The 31st of December 2015 marks the deadline that donors set themselves to make their aid fully transparent. The Road to 2015 campaign was launched over a year ago to push donors to meet their commitment and we are now entering the home straight.
But we are not taking our foot off the pedal. To coincide with the upcoming deadline we announced last week that we have started collecting data for the 2016 Aid Transparency Index. This means we’ll be monitoring the quality of donors’ open data publication over the next three months. In early January we will have a dataset that tells us exactly who out of 46 of the largest and most influential donors have made it across the finish line, and which have not.
We hope that this will provide some additional impetus to donors to get more data out there ahead of the deadline. With so much happening during 2015, in the shape of the Financing for Development summit last July and finalisation of the SDGs in September, we believe it is crucial not to let donors off the hook for the commitments they have already made. If we are to take new commitments seriously then existing ones must first be met. Moreover, it is widely acknowledged that more and better data is needed to support the 2030 sustainable development agenda. Publication of open aid data to IATI is only one part of the puzzle, but an extremely important one. Last week the Global Partnership for Sustainable Development Data was launched in New York. We have joined the partnership, releasing a statement that includes our commitment to it. But we also included a condition that as donors make new promises, they should not be allowed to forget the promises they have already made.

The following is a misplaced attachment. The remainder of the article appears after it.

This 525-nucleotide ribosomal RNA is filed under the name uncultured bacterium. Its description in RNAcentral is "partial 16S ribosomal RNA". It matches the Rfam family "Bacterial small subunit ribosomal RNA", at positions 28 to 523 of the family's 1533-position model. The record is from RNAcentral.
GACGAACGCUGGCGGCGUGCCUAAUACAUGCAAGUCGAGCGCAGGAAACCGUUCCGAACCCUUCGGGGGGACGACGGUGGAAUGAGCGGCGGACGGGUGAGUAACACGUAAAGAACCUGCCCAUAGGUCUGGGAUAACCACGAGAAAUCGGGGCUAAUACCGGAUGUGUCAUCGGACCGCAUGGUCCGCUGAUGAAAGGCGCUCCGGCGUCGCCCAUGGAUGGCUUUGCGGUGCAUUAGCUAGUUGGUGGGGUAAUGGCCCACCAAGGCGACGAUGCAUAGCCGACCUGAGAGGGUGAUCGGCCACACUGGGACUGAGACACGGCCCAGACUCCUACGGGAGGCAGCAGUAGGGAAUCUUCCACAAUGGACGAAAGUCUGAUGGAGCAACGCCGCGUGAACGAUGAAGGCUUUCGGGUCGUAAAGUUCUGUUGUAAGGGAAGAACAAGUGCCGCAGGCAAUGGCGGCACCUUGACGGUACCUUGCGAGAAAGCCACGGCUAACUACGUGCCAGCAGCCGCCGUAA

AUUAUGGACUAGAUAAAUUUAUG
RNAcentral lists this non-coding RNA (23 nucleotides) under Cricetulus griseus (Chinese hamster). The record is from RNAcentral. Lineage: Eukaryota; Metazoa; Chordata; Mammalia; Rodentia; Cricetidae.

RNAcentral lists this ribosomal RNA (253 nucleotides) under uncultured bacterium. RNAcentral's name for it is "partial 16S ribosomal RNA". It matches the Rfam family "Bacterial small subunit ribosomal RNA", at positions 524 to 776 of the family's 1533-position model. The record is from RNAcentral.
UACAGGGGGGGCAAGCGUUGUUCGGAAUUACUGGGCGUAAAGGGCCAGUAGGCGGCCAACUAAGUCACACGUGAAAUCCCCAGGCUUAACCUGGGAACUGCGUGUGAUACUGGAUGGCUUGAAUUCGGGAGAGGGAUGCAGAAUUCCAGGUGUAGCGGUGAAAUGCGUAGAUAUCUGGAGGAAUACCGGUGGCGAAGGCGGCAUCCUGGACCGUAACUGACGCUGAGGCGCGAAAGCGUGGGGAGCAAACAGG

Our message is simple: There is still time to act. In the past we have seen dramatic increases in the amount of information published during the time we collect the data for our Index ranking. Our last review showed that in Europe, major donors such as France and Germany had significant improvements to make. Others were still stuck in the pits. Italy, for example, has to date published no information to the agreed open standard (although they have joined the Global Data Partnership). In the U.S., spending by the State Department and Department of Defense is still not transparent, despite their commitment to make it so back in 2011. But the review also showed that improvement is possible in a short space on time. USAID, for instance, jumped 20% in terms of their data quality assessment in 2015. They achieved our ‘good’ category for the first time and put themselves on-track to meet the deadline.
So stay tuned to see which donors have made it, and which are still stuck in the garage.